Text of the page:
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Cool and Warm Season Vegetables

June 9, 2013

The largest response I ever had to any of my articles was yesterday when I decided to include gardening as part of the topics to be covered here at Libertario and so like a good free market capitalist, where there is a demand I will meet it with the supply. The supply today will be another article on gardening that I hope will help current and future gardeners and all those who want to live a little more self-sufficient than before. This time the topic will be in regards to vegetables and what their needs are for growth.

Vegetables need a certain range of temperatures in order to grow well. Spinach thrive in cool days of early spring. Tomatoes and peppers, on the other hand, resent cool temperatures and simply wont grow until summer days begin to heat up.

So lets start by covering the cool-season vegetables which are vegetables that thrive in temperatures between -4ºC to 16ºC. The length of time cool weather lingers differs every year and depends on what region of the world you are located in.

How you plant these vegetables also depends on whether you have a plot of land which in that case you would plant them in staggered sowings or whether you have a patio deck type of garden which staggered sowing would not apply. The growth rate of the plants also increase or decrease depending on temperatures warming or cooling and changes in moisture concentrations.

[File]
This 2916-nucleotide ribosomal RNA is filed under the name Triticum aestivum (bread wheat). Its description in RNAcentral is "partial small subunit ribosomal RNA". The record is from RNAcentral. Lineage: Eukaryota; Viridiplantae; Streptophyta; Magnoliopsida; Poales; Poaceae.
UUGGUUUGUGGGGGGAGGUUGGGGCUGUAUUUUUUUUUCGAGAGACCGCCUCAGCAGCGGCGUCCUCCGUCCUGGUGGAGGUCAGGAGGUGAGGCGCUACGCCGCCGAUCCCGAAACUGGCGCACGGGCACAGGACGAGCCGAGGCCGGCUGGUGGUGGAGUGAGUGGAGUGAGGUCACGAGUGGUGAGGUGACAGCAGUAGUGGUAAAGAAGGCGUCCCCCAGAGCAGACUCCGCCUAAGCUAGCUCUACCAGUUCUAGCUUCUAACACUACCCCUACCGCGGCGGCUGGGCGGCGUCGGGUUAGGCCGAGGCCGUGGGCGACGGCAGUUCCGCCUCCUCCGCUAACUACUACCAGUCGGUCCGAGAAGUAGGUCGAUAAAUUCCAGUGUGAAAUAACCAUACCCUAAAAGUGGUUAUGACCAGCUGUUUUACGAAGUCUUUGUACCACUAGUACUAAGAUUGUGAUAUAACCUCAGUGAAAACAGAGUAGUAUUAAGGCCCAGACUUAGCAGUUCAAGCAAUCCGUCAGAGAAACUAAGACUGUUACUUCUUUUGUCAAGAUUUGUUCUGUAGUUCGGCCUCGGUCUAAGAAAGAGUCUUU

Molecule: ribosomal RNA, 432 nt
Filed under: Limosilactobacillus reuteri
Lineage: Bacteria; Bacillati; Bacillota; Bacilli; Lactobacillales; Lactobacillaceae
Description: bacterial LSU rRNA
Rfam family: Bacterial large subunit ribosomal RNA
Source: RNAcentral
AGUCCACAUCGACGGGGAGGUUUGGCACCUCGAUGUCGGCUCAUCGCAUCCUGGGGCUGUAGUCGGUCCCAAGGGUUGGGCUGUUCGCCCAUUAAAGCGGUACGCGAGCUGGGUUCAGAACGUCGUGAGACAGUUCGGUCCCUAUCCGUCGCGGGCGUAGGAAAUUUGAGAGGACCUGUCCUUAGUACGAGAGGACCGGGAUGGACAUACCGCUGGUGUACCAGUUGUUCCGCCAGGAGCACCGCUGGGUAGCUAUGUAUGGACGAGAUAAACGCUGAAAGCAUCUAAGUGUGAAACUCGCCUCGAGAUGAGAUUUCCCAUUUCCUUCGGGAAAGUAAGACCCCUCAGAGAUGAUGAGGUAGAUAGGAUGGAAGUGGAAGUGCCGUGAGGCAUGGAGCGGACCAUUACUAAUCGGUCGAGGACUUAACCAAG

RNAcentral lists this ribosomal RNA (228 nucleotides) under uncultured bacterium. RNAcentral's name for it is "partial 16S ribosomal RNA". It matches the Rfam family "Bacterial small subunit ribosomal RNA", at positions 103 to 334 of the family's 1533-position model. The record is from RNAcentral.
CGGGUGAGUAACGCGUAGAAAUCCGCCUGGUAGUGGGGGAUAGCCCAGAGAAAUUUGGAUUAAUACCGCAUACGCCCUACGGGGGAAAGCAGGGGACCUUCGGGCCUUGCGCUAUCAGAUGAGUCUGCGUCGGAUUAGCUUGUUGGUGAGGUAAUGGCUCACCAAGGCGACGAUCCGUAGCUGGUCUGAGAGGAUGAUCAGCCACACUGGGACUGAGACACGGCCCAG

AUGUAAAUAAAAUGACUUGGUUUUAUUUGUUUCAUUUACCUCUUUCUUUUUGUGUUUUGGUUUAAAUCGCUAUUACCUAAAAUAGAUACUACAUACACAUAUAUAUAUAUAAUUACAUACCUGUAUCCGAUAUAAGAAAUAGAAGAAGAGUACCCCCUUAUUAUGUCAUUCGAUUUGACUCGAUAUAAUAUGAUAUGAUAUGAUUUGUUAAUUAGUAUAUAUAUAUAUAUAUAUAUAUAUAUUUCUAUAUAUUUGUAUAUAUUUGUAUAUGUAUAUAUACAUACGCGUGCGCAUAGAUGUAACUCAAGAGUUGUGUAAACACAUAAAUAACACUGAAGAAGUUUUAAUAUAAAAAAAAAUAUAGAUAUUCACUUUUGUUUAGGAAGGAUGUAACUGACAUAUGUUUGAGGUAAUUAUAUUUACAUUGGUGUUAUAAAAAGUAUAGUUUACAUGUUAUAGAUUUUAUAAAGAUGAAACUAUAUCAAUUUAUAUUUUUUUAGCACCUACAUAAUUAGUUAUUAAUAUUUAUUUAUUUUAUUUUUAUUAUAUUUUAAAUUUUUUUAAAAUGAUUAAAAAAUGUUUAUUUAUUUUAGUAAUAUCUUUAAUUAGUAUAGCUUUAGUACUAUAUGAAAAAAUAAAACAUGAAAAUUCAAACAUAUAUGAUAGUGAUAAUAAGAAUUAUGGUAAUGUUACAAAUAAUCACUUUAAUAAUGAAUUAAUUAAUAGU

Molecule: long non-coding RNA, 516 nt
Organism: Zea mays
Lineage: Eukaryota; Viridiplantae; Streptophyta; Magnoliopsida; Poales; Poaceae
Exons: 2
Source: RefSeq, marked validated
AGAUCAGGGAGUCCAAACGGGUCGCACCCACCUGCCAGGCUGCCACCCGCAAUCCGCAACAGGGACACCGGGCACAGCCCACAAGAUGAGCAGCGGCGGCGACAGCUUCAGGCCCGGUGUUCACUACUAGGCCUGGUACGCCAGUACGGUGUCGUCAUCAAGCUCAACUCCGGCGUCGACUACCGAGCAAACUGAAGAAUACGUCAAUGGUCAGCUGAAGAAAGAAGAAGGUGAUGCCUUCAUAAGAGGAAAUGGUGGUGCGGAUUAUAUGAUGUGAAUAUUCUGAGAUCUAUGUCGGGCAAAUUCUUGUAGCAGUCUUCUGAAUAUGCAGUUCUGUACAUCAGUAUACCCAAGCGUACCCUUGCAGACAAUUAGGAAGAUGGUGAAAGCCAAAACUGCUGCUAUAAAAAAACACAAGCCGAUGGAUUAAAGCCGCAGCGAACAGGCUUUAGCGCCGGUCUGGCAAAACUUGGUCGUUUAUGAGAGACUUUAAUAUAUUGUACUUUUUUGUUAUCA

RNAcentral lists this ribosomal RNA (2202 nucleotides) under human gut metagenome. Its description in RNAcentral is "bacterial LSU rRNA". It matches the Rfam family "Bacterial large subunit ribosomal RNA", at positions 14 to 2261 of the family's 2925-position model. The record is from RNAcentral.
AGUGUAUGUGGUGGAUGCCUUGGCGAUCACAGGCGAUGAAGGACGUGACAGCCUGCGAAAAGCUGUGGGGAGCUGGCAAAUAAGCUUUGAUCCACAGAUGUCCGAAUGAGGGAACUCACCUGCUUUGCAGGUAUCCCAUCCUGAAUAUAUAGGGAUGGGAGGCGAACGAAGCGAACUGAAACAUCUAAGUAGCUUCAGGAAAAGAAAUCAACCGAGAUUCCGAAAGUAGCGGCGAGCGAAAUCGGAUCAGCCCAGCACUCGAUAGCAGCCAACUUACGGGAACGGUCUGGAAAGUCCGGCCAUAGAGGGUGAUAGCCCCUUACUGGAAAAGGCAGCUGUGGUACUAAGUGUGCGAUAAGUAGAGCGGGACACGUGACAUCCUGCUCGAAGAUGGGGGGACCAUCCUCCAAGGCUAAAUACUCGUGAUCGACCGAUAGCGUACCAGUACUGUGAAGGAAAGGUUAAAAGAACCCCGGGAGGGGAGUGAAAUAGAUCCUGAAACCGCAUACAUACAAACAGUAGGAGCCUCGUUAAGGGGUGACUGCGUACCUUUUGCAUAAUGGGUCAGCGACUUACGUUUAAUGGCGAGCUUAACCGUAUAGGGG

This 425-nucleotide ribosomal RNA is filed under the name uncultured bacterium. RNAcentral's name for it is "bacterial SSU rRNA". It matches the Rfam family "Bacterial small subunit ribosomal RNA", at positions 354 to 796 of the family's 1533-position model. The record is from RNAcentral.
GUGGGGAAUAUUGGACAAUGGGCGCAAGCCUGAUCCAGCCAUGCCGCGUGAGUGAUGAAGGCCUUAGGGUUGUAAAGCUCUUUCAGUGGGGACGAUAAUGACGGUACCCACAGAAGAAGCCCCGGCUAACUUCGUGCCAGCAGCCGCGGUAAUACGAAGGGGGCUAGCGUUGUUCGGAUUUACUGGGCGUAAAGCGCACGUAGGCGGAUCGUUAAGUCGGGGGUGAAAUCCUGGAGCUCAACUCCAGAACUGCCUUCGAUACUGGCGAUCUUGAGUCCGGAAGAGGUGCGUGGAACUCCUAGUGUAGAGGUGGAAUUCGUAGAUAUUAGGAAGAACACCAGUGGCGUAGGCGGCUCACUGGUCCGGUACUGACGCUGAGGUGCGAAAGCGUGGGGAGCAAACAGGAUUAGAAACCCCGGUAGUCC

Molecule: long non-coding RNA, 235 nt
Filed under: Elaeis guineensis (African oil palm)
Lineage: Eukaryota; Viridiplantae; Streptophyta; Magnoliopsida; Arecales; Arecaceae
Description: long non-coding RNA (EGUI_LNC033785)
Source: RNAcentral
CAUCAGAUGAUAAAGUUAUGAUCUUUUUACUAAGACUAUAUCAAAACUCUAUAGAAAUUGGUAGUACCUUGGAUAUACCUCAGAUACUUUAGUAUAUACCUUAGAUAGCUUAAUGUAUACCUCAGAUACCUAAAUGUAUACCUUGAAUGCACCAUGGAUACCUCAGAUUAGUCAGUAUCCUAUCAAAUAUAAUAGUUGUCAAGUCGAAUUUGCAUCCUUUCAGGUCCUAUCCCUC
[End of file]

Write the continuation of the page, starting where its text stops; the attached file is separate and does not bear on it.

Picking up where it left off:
So what are some of the cool-season crops? Here is a brief list but certainly not extensive and they are as follows: arugula, beets, broccoli, Brussels sprouts, cabbage, cauliflower, endive, kale, lettuce, radishes, parsnips and spinach.

Warm-season vegetables can also be called outdoor season vegetables as the cool-season vegetables would eventually have to be grown indoors through the winter season. During the summer months the soil is warm enough to foster the growth of tender seeds, and tomato and pepper plants explode with life.

Some of the cool weather plants that can thrive as the season turns hot are carrots, potatoes, and Swiss chard. The best growing environment for tomatoes are in tropical seasons where during the nighttime the temperature is at least 15 degrees cooler than it was during the day.

Keeping so many plants with such different likes and dislikes happy in one garden is a bit of a challenge, but it doesn’t have to be a daunting one. What all these plants have in common is that they thrive in evenly moist soil rich in organic matter and bathed in sunshine. There are some subtleties to master, but they make the resulting accomplishments that much sweeter.


From → Gardening

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